The Environmental Law Institute conducts detailed research to evaluate compensatory mitigation required to offset adverse impacts to wetlands. ELI studies a wide variety of compensatory mitigation programs, with a particular focus on compensatory mitigation carried out under Section 404 of the Clean Water Act. Within the Section 404 Program, ELI has analyzed all three available mechanisms, including mitigation banking, in-lieu fee mitigation, and permittee-responsible mitigation. For additional information on compensatory mitigation under Section 404, see Related Links.
Featured Areas of Expertise and Resources:
- In-Lieu Fee Mitigation: Review of Program Instruments and Implementation Across the Country: In collaboration with Stetson University College of Law, ELI has developed a report outlining the range of practice in in-lieu fee (ILF) mitigation and describing innovative approaches across the country. The report serves to support the development of effective ILF mitigation programs and enhance the capacity of state/local/tribal governments and others that develop or oversee ILF programs. Check out our ILF mitigation page for more resources, including links to past reports, webinars, and workshops.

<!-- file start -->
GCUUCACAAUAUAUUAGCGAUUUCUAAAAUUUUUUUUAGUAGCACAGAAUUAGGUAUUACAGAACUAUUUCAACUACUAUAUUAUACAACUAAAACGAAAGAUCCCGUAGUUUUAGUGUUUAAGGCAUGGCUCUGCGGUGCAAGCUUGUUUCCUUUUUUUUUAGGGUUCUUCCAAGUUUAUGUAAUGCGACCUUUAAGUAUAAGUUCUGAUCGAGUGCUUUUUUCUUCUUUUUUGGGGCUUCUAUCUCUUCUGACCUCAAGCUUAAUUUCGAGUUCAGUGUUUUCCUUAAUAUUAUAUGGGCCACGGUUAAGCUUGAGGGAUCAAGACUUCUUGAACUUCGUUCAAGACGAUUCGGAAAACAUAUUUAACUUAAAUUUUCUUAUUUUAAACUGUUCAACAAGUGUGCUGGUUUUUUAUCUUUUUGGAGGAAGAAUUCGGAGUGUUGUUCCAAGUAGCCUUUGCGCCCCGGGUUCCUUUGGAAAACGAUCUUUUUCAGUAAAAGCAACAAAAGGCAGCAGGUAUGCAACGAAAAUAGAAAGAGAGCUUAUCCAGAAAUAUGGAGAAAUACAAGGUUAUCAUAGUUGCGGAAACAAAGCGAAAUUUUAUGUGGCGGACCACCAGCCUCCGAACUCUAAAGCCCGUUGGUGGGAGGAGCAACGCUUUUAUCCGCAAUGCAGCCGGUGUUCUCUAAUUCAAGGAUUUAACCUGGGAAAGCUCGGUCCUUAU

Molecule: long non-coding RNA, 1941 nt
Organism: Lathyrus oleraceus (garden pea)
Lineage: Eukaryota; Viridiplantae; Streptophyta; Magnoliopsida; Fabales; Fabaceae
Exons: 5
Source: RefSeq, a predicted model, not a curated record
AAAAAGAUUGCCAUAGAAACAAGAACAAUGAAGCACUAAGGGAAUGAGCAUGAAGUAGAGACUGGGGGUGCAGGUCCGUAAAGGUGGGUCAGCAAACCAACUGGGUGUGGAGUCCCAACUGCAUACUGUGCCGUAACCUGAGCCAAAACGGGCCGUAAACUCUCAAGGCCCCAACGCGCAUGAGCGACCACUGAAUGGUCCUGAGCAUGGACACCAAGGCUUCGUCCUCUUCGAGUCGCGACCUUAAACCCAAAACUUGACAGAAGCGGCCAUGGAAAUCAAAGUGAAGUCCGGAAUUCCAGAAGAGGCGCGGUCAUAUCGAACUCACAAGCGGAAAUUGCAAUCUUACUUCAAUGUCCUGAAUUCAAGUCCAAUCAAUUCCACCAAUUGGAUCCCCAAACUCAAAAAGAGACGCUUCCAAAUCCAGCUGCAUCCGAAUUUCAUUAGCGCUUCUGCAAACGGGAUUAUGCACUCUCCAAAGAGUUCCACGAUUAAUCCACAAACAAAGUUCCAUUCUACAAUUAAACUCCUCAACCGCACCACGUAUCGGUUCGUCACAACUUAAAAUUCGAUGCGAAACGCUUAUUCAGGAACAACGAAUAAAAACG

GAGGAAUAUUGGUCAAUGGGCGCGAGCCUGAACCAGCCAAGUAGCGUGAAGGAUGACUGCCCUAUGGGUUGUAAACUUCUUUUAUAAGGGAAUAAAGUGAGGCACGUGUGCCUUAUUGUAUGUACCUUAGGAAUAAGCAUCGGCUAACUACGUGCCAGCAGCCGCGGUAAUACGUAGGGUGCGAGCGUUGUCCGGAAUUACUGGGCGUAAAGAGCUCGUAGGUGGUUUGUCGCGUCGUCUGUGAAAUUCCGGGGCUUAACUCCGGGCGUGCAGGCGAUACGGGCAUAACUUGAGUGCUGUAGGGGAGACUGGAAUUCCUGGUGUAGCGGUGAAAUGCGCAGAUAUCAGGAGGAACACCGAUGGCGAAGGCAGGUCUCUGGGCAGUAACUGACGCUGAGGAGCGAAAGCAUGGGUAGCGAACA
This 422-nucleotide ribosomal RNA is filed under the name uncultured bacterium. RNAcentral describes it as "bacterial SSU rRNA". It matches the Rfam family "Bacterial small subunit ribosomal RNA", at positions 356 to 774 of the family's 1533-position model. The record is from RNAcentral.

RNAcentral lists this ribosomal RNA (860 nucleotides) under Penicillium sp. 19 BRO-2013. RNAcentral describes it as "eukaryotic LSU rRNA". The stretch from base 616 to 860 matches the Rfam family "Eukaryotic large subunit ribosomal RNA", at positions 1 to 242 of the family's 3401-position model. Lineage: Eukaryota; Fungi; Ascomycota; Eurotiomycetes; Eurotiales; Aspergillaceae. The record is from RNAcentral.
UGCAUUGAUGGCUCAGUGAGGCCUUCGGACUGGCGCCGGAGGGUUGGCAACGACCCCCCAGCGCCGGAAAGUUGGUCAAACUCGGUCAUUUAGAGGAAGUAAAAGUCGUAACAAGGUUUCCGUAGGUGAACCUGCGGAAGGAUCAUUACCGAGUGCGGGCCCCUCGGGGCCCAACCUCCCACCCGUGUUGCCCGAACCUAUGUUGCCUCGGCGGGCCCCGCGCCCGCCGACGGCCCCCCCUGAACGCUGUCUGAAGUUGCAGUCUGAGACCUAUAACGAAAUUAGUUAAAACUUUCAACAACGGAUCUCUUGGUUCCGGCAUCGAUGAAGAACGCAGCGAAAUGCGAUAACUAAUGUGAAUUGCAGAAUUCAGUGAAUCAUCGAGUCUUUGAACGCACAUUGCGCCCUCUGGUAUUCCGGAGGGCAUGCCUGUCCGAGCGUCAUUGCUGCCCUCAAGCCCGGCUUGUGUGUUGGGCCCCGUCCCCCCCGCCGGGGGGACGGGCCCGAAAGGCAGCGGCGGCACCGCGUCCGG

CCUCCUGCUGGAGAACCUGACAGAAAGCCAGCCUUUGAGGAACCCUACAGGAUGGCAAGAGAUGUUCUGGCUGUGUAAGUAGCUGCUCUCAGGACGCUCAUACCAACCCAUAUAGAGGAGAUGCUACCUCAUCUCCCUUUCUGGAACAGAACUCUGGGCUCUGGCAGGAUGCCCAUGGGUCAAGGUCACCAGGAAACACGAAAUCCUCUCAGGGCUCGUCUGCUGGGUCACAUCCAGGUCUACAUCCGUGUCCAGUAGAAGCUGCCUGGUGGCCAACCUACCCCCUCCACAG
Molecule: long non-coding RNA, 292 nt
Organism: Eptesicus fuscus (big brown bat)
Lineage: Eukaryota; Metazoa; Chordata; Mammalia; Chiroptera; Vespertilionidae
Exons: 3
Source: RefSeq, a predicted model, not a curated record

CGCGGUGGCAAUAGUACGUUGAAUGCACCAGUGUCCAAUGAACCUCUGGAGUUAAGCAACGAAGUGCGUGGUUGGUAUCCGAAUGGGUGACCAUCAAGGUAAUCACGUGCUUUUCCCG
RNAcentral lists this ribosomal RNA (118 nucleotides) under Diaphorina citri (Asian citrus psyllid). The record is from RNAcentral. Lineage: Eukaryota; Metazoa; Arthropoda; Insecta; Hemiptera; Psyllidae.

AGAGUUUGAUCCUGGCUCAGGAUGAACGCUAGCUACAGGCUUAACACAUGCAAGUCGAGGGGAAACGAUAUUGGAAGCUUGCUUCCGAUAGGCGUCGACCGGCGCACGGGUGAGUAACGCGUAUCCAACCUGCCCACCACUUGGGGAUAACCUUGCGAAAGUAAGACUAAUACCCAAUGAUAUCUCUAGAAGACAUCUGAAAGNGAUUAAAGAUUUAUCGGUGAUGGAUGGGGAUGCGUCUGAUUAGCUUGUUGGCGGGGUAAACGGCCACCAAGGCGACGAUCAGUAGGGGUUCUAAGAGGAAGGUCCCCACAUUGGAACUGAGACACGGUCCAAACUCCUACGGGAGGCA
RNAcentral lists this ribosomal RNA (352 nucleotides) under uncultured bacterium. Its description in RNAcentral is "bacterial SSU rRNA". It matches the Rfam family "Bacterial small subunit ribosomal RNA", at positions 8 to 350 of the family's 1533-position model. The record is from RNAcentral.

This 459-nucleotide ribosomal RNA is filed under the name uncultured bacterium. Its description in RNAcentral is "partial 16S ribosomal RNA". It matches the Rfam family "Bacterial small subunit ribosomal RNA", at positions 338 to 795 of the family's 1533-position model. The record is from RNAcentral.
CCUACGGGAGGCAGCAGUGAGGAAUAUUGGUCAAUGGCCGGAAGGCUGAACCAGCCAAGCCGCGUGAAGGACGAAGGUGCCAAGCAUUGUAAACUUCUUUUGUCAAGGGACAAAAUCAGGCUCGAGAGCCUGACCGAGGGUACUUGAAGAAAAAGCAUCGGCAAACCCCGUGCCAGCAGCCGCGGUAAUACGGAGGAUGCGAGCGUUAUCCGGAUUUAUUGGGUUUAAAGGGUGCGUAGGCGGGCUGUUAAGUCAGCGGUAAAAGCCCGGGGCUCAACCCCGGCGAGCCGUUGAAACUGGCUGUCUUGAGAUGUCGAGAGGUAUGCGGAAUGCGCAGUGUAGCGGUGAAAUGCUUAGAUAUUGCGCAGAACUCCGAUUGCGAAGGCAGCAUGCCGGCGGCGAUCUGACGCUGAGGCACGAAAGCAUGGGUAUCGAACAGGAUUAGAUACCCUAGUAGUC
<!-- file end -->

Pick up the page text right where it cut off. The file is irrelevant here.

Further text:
- Improving Compensatory Mitigation Project Review: Evaluation of opportunities, sticking points, and best practices for regulators and Interagency Review Teams to review proposed compensatory mitigation projects. ELI collaborated with EPA’s Office of Wetlands, Oceans, and Watersheds and the Southern California Coastal Water Research Project (SCCWRP) on An Integrated Framework for Evaluating Wetland and Stream Compensatory Mitigation, Summary of Pilot Applications and the Data Management Template to help states, tribes and other interested parties develop a long-term, scientifically rigorous approach to evaluating the overall performance of wetland and stream compensatory mitigation programs.